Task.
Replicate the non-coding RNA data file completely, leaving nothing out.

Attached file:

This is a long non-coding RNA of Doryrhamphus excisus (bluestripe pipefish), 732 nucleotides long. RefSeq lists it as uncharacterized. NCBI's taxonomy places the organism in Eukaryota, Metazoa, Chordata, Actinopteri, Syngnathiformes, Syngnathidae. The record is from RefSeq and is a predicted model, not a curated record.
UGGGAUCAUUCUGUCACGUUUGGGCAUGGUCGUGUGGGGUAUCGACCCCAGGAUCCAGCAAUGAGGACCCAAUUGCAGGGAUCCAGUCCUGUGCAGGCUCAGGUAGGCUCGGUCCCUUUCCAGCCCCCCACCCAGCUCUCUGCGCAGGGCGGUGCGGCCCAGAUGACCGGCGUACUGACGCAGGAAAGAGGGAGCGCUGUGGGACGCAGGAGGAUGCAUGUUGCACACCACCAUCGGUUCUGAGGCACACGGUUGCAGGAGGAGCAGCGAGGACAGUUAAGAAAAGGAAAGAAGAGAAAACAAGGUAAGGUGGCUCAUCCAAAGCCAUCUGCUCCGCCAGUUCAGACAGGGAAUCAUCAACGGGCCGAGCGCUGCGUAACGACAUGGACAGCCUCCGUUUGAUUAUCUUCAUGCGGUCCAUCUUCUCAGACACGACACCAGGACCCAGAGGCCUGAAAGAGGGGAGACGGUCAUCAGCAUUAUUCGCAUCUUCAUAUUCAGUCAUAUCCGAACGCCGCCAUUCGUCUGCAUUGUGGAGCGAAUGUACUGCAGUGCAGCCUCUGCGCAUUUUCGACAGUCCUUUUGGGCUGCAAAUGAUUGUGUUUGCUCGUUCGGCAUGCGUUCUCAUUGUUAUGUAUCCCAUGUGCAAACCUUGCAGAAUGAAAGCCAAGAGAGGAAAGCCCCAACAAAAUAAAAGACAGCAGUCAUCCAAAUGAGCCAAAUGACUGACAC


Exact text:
This is a long non-coding RNA of Doryrhamphus excisus (bluestripe pipefish), 732 nucleotides long. RefSeq lists it as uncharacterized. NCBI's taxonomy places the organism in Eukaryota, Metazoa, Chordata, Actinopteri, Syngnathiformes, Syngnathidae. The record is from RefSeq and is a predicted model, not a curated record.
UGGGAUCAUUCUGUCACGUUUGGGCAUGGUCGUGUGGGGUAUCGACCCCAGGAUCCAGCAAUGAGGACCCAAUUGCAGGGAUCCAGUCCUGUGCAGGCUCAGGUAGGCUCGGUCCCUUUCCAGCCCCCCACCCAGCUCUCUGCGCAGGGCGGUGCGGCCCAGAUGACCGGCGUACUGACGCAGGAAAGAGGGAGCGCUGUGGGACGCAGGAGGAUGCAUGUUGCACACCACCAUCGGUUCUGAGGCACACGGUUGCAGGAGGAGCAGCGAGGACAGUUAAGAAAAGGAAAGAAGAGAAAACAAGGUAAGGUGGCUCAUCCAAAGCCAUCUGCUCCGCCAGUUCAGACAGGGAAUCAUCAACGGGCCGAGCGCUGCGUAACGACAUGGACAGCCUCCGUUUGAUUAUCUUCAUGCGGUCCAUCUUCUCAGACACGACACCAGGACCCAGAGGCCUGAAAGAGGGGAGACGGUCAUCAGCAUUAUUCGCAUCUUCAUAUUCAGUCAUAUCCGAACGCCGCCAUUCGUCUGCAUUGUGGAGCGAAUGUACUGCAGUGCAGCCUCUGCGCAUUUUCGACAGUCCUUUUGGGCUGCAAAUGAUUGUGUUUGCUCGUUCGGCAUGCGUUCUCAUUGUUAUGUAUCCCAUGUGCAAACCUUGCAGAAUGAAAGCCAAGAGAGGAAAGCCCCAACAAAAUAAAAGACAGCAGUCAUCCAAAUGAGCCAAAUGACUGACAC